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Bernheim-Fort Knox Wildlands Corridor

Bernheim-Fort Knox
Wildlands Corridor

Bernheim Forest

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Overview

Golden eagleThrough the Bernheim-Fort Knox Wildlands Corridor, KNLT and our conservation partners aim to protect forests and waterways between Bernheim, a 16,000-acre arboretum and research forest, and Fort Knox, a 109,000-acre US Army post. The region is home to some of the largest tracts of intact forest found in the state. Oak hickory forests cover most of the knobs, and species such as Indiana bats, golden eagles, Olympia marbles, and southern leopard frogs are found throughout the region. The corridor is comprised of unique wetlands, headwater streams, riparian forests and glades within the Salt River watershed.

KNLT and Bernheim partner with federal and state agencies on a suite of conservation collaborations. The NRCS Regional Conservation Partnership Program (RCPP) and Army Compatible Use Buffer (ACUB) Program along with funding from the Imperiled Bat Conservation Fund (US Fish and Wildlife Service-KNLT), Kentucky Heritage Land Conservation Fund and private philanthropy have resulted in land acquisitions and conservation easements that protect vital habitat within the corridor.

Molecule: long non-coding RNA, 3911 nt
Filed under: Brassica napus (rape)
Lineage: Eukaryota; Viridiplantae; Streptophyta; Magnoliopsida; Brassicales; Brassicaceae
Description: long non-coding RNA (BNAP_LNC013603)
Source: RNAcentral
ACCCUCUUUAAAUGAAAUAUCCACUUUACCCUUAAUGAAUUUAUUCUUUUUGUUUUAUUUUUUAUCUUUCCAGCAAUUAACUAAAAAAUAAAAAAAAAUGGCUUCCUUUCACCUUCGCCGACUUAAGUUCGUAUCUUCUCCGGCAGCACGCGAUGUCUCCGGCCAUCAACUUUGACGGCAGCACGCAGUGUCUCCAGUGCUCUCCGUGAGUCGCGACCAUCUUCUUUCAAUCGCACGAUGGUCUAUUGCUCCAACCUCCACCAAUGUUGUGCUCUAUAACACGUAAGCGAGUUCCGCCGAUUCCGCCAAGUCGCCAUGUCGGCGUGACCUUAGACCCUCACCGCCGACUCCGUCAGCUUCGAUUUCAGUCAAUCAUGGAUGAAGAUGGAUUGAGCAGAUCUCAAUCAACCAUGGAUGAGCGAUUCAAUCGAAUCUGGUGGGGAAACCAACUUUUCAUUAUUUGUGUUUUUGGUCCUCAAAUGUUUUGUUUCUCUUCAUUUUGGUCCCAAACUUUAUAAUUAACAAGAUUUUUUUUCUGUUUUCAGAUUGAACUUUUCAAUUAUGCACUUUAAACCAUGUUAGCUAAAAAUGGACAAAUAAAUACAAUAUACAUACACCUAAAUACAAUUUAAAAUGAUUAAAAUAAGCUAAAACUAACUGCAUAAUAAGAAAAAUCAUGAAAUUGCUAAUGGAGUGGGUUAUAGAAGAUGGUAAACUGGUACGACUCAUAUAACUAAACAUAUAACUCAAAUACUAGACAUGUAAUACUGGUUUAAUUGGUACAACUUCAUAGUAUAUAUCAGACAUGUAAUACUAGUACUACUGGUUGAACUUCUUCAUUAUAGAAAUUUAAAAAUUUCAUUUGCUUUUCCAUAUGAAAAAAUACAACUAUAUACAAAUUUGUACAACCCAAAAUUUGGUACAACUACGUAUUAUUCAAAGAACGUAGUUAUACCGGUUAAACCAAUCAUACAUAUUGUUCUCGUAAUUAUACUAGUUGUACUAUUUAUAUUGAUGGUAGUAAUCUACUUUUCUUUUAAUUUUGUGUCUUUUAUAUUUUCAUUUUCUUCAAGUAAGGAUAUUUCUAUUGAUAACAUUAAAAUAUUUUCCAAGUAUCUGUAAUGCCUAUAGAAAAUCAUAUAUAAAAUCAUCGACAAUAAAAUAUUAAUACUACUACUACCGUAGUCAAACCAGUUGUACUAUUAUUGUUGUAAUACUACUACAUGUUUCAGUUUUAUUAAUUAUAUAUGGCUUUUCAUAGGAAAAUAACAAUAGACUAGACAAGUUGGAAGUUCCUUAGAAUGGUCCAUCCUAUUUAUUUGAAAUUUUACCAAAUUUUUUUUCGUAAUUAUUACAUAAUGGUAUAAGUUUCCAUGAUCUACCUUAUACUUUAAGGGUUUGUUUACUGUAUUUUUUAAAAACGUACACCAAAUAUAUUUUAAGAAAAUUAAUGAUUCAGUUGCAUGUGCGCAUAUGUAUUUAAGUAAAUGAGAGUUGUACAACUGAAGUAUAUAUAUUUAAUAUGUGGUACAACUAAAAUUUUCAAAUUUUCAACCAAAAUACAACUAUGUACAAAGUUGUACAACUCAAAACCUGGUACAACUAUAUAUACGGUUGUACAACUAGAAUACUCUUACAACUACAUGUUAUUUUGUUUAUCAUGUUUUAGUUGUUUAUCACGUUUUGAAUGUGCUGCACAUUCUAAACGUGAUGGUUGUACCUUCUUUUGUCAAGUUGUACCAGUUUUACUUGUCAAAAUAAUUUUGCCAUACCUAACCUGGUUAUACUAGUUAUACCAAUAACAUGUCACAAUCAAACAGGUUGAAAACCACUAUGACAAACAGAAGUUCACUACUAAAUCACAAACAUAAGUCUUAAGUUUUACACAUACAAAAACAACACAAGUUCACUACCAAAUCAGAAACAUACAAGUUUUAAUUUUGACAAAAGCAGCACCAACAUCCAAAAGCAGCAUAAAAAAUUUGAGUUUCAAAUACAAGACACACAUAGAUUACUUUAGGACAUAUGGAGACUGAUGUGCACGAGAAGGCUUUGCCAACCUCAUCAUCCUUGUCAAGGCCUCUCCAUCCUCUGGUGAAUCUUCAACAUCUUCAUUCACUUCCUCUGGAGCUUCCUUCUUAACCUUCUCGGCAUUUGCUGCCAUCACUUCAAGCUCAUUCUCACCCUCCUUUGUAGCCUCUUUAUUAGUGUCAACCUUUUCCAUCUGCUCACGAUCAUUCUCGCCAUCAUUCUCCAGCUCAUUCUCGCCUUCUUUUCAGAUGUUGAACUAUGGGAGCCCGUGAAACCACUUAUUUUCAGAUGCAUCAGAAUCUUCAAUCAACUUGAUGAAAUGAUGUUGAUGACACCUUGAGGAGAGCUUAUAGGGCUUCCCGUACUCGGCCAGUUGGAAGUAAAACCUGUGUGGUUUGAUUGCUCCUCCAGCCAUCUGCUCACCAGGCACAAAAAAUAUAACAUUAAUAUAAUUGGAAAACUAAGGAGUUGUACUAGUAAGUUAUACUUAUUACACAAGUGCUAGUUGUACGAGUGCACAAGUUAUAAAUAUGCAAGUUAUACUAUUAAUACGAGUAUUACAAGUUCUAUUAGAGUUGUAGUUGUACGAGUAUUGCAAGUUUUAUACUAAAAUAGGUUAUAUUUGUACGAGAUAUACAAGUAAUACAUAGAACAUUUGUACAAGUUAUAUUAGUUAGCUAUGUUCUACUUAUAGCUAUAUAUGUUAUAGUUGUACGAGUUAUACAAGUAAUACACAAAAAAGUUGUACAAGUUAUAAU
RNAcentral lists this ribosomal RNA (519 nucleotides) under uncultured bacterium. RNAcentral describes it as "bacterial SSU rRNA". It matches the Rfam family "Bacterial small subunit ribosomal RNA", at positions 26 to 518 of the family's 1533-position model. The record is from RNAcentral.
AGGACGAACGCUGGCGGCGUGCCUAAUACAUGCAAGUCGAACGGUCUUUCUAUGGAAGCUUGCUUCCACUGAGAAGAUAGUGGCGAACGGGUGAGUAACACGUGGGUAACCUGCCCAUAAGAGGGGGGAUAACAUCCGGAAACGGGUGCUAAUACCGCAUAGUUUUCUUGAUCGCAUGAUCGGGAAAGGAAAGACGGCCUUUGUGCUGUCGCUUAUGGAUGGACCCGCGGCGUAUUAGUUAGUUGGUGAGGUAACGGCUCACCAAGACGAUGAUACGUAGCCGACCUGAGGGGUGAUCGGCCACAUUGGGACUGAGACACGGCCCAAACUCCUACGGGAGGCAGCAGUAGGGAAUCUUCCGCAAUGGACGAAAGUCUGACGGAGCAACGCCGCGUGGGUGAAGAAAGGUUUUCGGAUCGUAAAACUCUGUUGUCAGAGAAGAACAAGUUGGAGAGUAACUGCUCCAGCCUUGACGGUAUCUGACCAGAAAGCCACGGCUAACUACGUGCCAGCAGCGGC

Threats

The most significant threats in the corridor are habitat loss and degradation due to urban sprawl and development. Infrastructure expansion continues to spread fragmenting the forested habitat in the region. Invasive species such as paulownia, kudzu, and autumn olive also present a significant threat. Fire suppression and competition from invasive species are shifting the composition of the oak hickory forest and the few remaining grasslands and glades.

Protected Areas

Bernheim-Fort Knox Wildlands Corridor partners include:

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Nonprofit Lands

State Lands

Federal Lands

Maps

Protecting, Connecting & Restoring Wildlands

Kentucky Natural Lands Trust • (859) 986-0744 • info@KNLT.org • Copyright © 2021